But during those years between 2002 and 2009, those dominant defenses and that offensive line aged along with McNabb.
When the ownership recognized that McNabb needed more offensive weapons, as evidenced by the 2009 draft, the defense was a shadow of its former self, the offensive line was rapidly aging and experiencing widespread health problems.
Now, the Cowboys exploited the Eagles' offensive line, and took advantage of a weak defense. These things are not the fault of Donovan McNabb, and Andy Reid does not possess a fountain of youth to keep these players in their prime.
What went wrong was that while the organization waited for McNabb to play Superman, the once strong components deteriorated and now they need fixing. The Eagles have several holes in their team, the most major ones are listed below.
Fantasies of "The Great Wall" with the acquisitions of Jason Peters and Stacy Andrews, and the presence of Todd Herremans, Jamaal Jackson, and Shawn Andrews ran rampant in the preseason.
However, only Herremans and Peters played in the games against the Cowboys and did not play well. They saw Winston Justice mature and gave him a contract extension, with him in mind as the right tackle of the future.
With Jamaal Jackson tearing his ACL in week 16, this offensive line heads into the offseason as a large to do on the long list of Andy Reid and the front office.
Trent Cole is an absolute animal on the pass rush. However, with Juqua Parker and Victor Abiamiri opposite him on the line, he does not get much help from the rest of the pass rush and can frequently receive a double team.
The Cowboys took advantage of the Eagles' need to blitz to create pressure and took advantage of the man-to-man match-ups with their wide receivers. The dominant defenses of the past utilized excellent four-man pass rushes.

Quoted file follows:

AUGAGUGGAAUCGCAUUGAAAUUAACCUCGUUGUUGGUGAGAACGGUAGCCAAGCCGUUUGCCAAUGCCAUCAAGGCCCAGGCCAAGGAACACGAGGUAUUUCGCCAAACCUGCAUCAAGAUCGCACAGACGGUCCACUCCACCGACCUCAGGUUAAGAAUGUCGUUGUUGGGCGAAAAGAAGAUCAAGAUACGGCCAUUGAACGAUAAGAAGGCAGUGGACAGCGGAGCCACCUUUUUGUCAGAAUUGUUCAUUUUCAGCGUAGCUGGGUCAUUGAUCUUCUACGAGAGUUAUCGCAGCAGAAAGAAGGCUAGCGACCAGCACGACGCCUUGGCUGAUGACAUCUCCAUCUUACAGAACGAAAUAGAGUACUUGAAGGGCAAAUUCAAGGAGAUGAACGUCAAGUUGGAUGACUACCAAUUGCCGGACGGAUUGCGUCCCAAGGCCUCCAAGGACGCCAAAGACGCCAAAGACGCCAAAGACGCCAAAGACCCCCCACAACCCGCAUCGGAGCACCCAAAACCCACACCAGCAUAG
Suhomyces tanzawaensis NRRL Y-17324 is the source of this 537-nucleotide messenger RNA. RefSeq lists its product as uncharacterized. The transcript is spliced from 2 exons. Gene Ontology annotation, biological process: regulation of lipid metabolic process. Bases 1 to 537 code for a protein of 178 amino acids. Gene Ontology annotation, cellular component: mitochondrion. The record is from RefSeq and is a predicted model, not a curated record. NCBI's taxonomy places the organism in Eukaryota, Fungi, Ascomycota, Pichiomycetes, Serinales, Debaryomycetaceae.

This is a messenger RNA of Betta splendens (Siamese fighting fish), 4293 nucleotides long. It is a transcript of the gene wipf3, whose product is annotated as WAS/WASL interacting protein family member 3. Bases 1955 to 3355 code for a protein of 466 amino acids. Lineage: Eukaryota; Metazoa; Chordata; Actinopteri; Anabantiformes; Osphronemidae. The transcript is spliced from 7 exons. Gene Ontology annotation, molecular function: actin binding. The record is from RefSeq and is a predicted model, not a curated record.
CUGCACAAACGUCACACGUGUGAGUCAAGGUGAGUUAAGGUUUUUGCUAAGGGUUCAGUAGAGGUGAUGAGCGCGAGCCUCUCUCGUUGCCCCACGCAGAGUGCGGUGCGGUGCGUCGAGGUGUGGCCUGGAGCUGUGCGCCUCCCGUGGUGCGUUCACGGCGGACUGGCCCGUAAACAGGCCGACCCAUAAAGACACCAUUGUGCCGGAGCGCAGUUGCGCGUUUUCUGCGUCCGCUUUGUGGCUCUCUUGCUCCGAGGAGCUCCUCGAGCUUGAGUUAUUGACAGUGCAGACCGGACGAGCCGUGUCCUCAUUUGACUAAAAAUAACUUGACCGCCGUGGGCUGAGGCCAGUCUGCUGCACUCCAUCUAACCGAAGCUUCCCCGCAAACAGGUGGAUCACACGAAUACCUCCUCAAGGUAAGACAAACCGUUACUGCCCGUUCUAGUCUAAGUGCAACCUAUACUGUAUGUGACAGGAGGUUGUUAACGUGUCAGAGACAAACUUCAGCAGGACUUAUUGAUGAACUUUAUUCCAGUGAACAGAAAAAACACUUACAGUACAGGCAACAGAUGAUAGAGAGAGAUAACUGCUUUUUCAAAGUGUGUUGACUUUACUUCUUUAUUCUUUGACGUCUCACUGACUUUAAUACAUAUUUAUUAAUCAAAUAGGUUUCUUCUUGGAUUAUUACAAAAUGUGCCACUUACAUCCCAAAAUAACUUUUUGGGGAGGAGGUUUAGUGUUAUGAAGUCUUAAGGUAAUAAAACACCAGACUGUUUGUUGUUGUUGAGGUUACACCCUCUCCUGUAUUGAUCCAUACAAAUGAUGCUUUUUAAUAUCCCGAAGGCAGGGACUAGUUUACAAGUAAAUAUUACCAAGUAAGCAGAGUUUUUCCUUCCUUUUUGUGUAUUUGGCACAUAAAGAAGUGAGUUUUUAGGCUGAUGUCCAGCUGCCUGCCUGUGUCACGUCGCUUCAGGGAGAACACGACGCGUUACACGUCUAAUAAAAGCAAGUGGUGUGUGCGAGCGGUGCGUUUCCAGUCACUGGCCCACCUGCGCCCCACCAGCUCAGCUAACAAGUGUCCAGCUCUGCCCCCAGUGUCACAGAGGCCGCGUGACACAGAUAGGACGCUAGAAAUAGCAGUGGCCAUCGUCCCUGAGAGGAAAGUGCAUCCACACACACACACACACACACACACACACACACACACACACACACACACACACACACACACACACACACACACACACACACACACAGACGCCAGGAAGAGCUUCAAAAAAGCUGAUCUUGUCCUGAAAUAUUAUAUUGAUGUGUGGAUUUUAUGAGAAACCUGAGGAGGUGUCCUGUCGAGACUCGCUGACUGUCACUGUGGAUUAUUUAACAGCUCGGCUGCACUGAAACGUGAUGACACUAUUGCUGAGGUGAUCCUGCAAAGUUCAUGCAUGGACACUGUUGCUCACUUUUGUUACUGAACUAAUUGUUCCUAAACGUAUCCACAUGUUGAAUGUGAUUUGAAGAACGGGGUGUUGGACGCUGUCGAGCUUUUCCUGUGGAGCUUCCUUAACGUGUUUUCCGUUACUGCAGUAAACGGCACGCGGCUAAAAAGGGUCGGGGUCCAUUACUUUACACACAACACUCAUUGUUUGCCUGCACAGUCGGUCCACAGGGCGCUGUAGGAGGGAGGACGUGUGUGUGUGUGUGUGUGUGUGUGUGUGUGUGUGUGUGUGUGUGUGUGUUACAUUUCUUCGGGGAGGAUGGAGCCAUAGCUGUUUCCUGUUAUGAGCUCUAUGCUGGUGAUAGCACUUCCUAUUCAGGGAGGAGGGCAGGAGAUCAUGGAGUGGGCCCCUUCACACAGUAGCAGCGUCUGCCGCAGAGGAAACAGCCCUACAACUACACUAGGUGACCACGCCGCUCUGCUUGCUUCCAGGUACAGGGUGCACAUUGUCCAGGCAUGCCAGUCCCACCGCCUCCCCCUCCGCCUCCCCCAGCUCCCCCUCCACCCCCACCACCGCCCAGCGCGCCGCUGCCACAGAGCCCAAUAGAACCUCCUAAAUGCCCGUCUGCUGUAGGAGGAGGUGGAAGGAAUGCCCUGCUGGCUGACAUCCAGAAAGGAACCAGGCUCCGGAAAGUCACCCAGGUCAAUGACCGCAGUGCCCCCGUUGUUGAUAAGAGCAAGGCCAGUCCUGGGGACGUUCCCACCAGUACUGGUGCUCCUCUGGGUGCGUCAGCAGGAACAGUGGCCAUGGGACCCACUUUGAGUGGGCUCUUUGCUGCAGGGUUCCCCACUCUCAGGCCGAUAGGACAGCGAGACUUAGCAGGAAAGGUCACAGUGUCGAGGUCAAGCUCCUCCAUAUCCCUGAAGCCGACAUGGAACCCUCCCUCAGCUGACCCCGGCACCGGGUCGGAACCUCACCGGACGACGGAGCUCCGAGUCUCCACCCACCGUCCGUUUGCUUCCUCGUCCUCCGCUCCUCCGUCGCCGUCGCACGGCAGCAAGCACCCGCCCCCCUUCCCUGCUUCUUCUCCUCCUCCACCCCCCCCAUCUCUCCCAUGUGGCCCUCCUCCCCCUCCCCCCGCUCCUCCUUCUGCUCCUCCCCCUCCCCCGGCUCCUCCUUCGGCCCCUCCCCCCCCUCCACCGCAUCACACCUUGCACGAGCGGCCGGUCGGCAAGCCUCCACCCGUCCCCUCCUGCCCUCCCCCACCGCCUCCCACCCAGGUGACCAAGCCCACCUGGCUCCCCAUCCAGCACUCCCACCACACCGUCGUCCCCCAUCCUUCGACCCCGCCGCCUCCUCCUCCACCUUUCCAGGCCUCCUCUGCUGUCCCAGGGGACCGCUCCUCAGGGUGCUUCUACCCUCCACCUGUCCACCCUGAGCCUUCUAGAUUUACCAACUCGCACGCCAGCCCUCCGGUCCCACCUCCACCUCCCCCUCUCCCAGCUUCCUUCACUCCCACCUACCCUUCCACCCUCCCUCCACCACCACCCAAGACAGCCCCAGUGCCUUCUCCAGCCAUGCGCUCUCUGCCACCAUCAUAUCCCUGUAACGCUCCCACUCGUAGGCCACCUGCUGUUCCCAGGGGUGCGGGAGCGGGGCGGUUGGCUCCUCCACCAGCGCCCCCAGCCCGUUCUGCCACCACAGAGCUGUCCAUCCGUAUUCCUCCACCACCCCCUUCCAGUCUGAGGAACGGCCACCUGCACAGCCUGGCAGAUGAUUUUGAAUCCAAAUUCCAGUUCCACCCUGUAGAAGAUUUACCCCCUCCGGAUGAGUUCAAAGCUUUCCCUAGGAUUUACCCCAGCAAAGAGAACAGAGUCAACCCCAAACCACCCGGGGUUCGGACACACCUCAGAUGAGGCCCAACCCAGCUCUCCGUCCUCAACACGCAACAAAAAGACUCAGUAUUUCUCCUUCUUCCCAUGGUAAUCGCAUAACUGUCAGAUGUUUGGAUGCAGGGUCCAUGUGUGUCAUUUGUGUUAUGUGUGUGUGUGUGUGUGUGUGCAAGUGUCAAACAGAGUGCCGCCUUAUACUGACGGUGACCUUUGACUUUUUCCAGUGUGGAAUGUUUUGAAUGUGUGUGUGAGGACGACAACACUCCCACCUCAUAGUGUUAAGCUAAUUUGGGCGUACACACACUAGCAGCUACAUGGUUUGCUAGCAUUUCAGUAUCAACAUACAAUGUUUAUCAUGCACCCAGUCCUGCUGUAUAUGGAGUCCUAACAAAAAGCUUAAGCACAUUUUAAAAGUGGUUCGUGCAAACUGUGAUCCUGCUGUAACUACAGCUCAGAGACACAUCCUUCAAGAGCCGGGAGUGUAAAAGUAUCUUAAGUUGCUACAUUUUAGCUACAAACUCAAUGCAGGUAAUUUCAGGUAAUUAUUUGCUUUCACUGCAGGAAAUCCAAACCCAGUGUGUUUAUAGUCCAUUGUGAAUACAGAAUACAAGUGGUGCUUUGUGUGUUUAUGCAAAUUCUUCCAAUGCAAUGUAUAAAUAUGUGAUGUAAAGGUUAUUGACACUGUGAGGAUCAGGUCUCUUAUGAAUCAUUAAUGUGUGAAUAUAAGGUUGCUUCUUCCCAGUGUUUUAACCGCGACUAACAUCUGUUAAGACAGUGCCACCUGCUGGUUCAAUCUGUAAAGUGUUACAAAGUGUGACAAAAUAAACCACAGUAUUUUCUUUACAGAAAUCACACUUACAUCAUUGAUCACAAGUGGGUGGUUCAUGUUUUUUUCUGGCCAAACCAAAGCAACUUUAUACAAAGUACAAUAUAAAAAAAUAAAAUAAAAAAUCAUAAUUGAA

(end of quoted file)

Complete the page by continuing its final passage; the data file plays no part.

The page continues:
Yes, the loss of Stewart Bradley killed the Eagles early. But the Eagles have had a revolving door at the middle linebacker spot all season, and experienced a large amount of uncertainty at the other two slots.
Now with Bradley recovering from knee surgery, the Eagles could stand to upgrade all three slots in case Bradley cannot return to form.
The loss of Brian Dawkins resonated with the defense throughout the season. One safety spot belongs to Quentin Mikell, and the other one needs a large upgrade over the trio of Macho Harris, Sean Jones, and Quintin Demps.
After the duo of Asante Samuel and Sheldon Brown, Ellis Hobbs will most likely explore free agency, and they could stand to upgrade depth-wise over Joselio Hansen and Dmitri Patterson.
Michael Vick will likely not be back next season. There are rumors that Kevin Kolb is disgruntled and not happy that he has been given an adequate chance to prove he is worthy of being a starter and that he wants to go somewhere that he can start.
Finally, McNabb's contract and Kolb's expire the same year. Depth will be a concern for the Eagles, and if they do not feel Kolb is the future then they need to invest in another quarterback in the draft to fill that slot.
There is quite the laundry list of improvements to be made by this Philadelphia Eagles football team, especially if the team wishes to continue its dominance over the NFC and return to the NFC Championship game, let alone the Super Bowl.